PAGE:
Likewise, patients also indicated that discussions around genetics were limited, although some recalled being asked about their family history of cancer. When explored further about the information needs the patients desired, the response ranged widely. Some preferred brief information whereas others wanted to be well-informed. In discussions with patients about cancer genetics and tumour profiling, it became apparent that they had very limited understandings of these concepts and many appeared confused about somatic and germline genetics when raised. Cancer was generally perceived as being primarily hereditary, even by one highly educated patient who had a background in health communications:

‘Generally as a lay person we are more inclined to look at family genetics. We would not think about, what you told me. When I say mutations, I was referring to the family genes you mention to me…I know every cancer cell is a mutation… normally when we talk about mutations, we talk about family history.’ (Patient 9)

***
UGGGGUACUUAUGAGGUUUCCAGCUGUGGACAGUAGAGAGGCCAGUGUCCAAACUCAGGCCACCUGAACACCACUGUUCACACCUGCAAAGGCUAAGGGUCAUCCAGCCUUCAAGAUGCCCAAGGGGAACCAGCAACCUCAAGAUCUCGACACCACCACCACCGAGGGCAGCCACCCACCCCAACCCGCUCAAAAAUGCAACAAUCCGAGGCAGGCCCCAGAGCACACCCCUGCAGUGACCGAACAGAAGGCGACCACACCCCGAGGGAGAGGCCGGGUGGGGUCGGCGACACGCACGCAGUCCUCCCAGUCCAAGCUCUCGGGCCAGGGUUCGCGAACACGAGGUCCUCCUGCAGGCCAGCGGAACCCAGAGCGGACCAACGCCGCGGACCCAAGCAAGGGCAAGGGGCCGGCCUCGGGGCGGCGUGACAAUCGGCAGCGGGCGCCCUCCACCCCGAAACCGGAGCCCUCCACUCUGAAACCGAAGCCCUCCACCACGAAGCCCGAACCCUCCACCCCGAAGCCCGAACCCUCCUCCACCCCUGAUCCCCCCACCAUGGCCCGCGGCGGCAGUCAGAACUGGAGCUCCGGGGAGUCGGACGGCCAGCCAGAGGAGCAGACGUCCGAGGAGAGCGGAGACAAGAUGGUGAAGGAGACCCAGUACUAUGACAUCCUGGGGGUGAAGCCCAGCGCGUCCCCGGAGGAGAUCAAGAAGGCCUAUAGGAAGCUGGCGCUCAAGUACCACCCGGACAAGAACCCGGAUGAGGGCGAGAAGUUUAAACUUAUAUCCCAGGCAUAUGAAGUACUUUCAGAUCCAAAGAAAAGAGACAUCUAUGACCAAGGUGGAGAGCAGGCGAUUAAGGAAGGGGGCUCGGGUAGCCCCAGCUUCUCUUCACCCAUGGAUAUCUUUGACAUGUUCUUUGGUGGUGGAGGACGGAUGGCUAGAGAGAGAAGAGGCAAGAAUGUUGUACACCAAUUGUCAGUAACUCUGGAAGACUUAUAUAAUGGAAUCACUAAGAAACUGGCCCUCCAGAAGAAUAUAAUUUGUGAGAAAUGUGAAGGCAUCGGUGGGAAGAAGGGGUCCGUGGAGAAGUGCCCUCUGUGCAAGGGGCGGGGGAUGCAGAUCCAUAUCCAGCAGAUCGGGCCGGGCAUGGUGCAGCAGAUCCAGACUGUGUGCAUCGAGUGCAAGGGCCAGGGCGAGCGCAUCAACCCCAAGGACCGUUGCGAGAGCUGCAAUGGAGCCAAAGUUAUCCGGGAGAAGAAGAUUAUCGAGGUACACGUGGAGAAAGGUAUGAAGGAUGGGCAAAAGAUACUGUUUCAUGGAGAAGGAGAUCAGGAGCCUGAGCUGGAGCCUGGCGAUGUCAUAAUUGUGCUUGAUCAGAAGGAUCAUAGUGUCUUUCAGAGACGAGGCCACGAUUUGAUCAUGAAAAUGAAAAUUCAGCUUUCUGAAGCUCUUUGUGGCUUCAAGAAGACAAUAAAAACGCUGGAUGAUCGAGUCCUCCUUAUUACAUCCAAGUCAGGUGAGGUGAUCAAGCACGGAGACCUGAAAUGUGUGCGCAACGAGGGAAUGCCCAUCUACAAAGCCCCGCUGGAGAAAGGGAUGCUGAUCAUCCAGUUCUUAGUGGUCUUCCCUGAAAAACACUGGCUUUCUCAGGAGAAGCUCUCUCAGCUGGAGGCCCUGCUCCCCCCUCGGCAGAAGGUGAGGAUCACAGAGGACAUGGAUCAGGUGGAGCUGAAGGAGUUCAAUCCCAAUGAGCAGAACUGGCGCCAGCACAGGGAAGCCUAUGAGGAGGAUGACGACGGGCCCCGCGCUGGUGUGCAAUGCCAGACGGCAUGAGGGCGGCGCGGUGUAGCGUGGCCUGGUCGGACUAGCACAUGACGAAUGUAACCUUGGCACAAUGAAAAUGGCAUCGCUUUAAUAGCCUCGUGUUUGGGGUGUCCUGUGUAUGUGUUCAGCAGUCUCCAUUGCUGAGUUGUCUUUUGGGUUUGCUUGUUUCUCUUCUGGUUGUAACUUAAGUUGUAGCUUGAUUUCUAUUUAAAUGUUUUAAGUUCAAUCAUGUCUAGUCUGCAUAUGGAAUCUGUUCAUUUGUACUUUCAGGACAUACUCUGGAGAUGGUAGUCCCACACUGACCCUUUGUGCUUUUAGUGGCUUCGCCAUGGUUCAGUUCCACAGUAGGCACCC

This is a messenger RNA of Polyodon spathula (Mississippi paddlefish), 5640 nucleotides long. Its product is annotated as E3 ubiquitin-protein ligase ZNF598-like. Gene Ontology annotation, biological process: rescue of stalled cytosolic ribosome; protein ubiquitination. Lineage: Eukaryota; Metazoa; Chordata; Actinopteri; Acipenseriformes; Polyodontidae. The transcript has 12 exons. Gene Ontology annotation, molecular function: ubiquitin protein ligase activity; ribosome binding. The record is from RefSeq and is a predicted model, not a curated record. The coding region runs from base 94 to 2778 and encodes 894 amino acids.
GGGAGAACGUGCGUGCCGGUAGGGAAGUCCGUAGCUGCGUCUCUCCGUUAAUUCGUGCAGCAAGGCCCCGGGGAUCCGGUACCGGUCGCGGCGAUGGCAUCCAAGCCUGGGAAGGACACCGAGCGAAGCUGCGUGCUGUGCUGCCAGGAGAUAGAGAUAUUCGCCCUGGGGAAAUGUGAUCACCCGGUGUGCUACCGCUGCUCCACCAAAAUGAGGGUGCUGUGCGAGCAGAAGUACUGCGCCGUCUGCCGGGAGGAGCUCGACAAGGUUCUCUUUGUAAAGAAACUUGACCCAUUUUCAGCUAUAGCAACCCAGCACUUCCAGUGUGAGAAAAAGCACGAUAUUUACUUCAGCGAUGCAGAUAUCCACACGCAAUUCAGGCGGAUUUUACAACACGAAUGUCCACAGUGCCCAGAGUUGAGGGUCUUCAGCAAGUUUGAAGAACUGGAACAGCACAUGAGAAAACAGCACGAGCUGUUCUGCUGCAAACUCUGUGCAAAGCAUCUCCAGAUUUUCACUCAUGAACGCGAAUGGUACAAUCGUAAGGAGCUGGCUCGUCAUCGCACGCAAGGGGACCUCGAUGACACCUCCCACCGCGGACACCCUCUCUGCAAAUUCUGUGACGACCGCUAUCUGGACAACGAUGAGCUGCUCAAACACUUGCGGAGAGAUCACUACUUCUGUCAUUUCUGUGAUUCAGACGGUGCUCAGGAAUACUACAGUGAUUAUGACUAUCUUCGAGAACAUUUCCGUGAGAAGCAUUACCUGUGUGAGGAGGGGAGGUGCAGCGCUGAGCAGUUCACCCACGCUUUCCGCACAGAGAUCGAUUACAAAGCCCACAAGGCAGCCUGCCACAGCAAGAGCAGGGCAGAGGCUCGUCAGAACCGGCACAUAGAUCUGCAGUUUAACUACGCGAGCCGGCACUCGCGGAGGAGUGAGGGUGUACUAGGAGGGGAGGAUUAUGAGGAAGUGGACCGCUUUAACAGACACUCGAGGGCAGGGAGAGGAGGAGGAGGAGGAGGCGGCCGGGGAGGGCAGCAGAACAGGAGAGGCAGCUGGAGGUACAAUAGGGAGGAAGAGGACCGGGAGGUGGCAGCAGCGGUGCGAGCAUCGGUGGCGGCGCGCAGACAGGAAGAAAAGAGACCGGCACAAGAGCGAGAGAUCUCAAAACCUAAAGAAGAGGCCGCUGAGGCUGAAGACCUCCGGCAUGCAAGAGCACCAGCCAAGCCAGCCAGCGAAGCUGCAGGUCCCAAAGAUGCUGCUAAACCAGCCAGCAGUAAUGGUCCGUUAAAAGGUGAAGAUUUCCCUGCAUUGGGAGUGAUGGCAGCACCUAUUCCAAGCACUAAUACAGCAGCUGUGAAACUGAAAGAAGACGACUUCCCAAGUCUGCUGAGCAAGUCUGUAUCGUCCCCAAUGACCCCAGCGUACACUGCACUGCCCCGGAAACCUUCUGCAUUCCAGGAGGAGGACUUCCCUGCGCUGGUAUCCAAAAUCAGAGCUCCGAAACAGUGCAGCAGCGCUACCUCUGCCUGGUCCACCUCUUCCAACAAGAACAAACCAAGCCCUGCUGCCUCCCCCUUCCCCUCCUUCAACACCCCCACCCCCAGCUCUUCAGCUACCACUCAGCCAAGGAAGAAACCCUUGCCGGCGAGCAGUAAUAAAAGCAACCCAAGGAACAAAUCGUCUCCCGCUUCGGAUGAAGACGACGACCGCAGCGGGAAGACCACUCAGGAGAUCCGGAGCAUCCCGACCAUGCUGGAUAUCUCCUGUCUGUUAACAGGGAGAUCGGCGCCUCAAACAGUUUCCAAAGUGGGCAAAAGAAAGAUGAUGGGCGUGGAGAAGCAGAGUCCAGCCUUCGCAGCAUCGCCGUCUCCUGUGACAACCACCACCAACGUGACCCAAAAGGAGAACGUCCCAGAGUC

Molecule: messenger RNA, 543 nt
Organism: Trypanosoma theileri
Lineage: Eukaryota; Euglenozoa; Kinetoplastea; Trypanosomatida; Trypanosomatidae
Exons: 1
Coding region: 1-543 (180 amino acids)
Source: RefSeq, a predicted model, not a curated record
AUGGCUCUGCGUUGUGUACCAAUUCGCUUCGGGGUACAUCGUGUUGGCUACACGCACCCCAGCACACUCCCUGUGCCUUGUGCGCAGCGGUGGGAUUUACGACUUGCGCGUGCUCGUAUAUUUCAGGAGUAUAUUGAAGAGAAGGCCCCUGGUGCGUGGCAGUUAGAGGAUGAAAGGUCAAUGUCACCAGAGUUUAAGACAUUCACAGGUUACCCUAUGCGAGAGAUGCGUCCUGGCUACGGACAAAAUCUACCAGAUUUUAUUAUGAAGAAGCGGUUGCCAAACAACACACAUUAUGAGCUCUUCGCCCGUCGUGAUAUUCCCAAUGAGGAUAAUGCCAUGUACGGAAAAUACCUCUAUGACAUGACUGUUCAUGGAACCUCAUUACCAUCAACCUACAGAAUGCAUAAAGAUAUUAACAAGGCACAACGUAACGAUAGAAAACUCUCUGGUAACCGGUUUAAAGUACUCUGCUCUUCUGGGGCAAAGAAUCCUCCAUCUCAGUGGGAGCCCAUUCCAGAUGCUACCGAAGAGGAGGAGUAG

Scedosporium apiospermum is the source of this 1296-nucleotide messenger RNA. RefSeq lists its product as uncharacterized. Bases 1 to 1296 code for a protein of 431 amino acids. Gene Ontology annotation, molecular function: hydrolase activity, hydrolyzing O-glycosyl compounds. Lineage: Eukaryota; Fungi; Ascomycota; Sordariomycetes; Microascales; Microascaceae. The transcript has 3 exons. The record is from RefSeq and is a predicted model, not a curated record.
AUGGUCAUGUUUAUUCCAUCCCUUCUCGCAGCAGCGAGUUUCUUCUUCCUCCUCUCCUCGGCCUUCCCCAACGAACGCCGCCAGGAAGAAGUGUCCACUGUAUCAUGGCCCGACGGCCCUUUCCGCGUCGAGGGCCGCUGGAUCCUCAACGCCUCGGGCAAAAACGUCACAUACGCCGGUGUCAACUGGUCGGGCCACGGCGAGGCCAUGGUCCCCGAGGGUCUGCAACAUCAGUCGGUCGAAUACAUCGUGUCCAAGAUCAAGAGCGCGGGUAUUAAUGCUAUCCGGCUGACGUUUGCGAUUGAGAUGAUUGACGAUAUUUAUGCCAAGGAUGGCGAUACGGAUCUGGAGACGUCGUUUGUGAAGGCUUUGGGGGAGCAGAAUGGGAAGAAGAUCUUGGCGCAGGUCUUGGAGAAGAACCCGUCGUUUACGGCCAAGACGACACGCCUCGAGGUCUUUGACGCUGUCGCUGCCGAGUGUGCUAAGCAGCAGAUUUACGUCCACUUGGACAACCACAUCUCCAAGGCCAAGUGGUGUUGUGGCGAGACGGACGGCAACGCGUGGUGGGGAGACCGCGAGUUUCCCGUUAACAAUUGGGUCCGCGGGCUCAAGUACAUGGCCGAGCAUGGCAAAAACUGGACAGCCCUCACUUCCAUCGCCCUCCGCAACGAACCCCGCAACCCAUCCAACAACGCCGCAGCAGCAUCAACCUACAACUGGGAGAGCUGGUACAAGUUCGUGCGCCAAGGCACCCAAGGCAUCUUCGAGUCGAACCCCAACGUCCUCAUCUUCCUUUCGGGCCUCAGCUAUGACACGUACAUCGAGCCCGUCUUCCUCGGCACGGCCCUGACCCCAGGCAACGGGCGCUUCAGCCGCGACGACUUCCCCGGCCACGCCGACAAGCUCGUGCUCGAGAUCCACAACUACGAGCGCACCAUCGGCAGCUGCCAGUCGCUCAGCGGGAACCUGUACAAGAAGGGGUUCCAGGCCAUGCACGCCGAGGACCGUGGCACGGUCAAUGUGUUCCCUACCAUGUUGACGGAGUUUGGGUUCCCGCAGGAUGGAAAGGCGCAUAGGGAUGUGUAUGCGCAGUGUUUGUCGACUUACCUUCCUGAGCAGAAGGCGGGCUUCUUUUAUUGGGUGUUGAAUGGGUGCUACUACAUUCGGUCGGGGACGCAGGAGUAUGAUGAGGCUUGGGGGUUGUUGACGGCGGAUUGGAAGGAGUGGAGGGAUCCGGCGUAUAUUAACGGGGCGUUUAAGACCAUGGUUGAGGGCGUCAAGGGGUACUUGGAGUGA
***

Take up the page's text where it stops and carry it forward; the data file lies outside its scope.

Clinicians interviewed also agreed that patients had limited understandings of genetics, mutations and cancer development. Some suggested that these limitations would even apply to clinicians who did not specialise in cancer genetics:

‘It is does not stop at patients. Even physicians. I’ve had so many…mis…even from physicians referring to me you can understand that their grasp of it is very low between driver and passenger mutations, between actionable and not actionable. So you can’t blame patients for not knowing this.’ (Clinician 11)

It emerged from both clinicians and patients that the concepts around tumour profiling were complex and would require in depth explanations for an appropriate level of comprehension to be achieved.